Definitions for "Piano Concerto No. 2"
The Piano Concerto No. 2 in B-flat major, op. 83 by Johannes Brahms, is separated by a gap of 22 years from his Piano Concerto No. 1. Brahms began work on it in 1878 and completed the piece in 1881 while in Pressbaum near Vienna. It is considered by many pianists and teachers alike to be one of the most difficult of all works for the piano.
Sergei Rachmaninoff's Piano Concerto No. 2, Op. 18, is considered one of the greatest piano concertos ever composed and a definitive work of the late Romantic Era. The second and third movements were first performed with the composer as soloist in December 1900. The complete work was premiered, again with the composer as soloist, on October 27, 1901.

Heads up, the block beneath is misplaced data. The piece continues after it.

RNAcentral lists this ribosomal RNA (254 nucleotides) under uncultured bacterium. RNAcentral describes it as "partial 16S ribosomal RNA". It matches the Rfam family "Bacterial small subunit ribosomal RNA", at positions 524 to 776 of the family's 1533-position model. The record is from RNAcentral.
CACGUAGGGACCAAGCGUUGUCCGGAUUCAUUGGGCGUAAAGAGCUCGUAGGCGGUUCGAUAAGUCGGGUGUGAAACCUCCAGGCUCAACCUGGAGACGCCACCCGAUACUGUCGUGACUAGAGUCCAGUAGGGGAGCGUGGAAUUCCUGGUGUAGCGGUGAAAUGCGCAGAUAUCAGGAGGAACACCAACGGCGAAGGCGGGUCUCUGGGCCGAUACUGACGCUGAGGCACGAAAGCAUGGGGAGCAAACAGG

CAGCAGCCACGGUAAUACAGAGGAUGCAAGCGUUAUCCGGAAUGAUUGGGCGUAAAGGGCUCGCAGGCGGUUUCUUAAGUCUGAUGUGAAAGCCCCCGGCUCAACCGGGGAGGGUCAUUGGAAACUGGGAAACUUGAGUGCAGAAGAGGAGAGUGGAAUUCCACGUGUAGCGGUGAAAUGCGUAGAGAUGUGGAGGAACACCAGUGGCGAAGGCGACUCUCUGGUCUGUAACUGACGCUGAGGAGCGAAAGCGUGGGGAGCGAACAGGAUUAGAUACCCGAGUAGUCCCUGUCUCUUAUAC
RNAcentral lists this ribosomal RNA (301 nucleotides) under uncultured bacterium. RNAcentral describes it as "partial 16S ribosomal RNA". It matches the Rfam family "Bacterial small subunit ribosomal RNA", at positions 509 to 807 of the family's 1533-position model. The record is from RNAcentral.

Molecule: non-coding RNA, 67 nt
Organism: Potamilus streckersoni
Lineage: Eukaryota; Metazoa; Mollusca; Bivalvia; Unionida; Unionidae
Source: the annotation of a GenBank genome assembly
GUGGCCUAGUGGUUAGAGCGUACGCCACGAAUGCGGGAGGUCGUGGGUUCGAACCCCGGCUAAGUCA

The Piano Concerto No. 2 in G minor, Op. 22 by Camille Saint-Saëns, was composed in 1868 and is probably Saint-Saëns' most popular piano concerto. It was dedicated to Madame A. de Villers née de Haber. The piece follows the traditional form of three movements, but allows for more freedom in tempo markings.